Ergonomic keyboard

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Ergonomic keyboards are input devices which are proclaimed as being more ergonomic than conventional keyboards in various aspects. They are designed to minimise strains and/or injuries related to hours spent typing, and/or to provide relief to users that have already gained injuries. However, having an ergonomic keyboard does not mean that using one avoids strains and/or injuries: users are always encouraged to also follow best practices in general when using computers.

Ergonomic keyboards became popular in the mid 1990s, and a few ergonomic keyboards from that era are even valuable collectables.


Like keyboard form factors, there are no standards in terms of what would be defined as ergonomic keyboard except as otherwise explicitly stated by the vendor/manufacturer or otherwise the design differs from the conventional keyboard shape.

Various features listed below by their common names are often proclaimed in research literature and the keyboard community as being "ergonomic" features of a keyboard. Better ergonomic keyboards tend to incorporate multiple "ergonomic" design features, and are often also more adjustable to better cater to different individuals.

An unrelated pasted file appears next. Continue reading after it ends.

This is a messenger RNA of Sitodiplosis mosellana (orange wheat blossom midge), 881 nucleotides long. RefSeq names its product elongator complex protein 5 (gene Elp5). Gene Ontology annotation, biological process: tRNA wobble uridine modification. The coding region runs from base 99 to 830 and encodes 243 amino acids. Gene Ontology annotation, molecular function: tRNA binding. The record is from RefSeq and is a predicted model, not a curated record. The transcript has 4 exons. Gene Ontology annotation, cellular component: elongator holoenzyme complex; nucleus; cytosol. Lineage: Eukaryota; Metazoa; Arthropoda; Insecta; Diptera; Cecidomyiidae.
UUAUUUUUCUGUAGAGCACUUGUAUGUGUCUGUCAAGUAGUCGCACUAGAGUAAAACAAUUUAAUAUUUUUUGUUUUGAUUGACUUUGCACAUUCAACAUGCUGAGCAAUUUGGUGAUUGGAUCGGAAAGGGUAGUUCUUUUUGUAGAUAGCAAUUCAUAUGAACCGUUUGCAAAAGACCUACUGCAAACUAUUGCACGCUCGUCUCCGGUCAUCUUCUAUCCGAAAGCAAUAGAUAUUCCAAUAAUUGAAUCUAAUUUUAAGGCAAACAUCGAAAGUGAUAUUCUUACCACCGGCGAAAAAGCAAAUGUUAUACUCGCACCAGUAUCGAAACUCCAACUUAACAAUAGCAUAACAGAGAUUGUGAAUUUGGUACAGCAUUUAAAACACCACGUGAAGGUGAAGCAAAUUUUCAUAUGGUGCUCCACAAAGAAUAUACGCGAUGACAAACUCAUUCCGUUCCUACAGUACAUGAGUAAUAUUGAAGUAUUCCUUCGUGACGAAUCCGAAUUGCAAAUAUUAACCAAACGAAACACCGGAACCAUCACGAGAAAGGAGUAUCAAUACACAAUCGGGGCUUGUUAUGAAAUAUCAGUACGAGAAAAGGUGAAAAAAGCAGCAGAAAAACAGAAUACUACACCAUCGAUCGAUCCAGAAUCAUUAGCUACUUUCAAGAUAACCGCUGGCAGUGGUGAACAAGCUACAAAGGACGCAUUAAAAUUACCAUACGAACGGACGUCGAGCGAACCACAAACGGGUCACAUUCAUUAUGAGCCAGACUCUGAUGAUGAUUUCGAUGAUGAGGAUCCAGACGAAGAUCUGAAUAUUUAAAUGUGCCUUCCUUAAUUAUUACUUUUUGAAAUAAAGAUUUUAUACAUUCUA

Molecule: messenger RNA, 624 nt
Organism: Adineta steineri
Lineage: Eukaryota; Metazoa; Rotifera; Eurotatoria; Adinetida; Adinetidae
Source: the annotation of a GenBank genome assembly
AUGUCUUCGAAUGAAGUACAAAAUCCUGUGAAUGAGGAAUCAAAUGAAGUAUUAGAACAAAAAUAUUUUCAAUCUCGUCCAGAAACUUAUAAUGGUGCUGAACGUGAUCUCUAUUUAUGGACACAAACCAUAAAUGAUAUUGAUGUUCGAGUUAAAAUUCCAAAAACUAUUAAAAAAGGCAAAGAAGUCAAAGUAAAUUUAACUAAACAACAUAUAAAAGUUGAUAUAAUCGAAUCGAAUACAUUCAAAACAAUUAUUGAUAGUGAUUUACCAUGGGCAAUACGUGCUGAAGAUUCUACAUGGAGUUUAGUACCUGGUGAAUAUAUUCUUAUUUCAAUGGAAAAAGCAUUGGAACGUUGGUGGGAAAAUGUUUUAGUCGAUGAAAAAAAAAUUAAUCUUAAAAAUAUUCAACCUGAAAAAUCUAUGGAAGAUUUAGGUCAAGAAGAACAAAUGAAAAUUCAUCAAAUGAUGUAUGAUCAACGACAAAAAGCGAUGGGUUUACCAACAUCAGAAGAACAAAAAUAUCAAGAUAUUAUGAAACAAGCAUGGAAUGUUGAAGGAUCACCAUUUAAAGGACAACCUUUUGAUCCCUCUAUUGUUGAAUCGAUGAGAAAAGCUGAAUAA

A split keyboard has its keys physically separated into two halves: one for each hand. Splitting is a prerequisite to several other features described below.

The term is sometimes used to refer to when the two parts are not physically linked.

All split keyboards assign the letter keys to hands according to the Touch typing school, but there is no consensus about where to split the numeric row: Should 6 be on the left or the right side? On many typewriter-staggered keyboards, such as the Microsoft "Natural Keyboard", the key is on the left. However, if the numeric keys are considered part of columns (which would be natural on a columnar keyboard) the key is on the right side. Very few keyboards, including the Kinesis Evolution, have 6 on both sides.


Tenting is having lateral inclination of each half of a keyboard so that if they were together they would resemble a tent. Another term uses the analogue of a house gable: gable angling.

The purpose is to reduce forearm pronation (palms facing down), and to instead get more natural wrist angles (palms more vertical).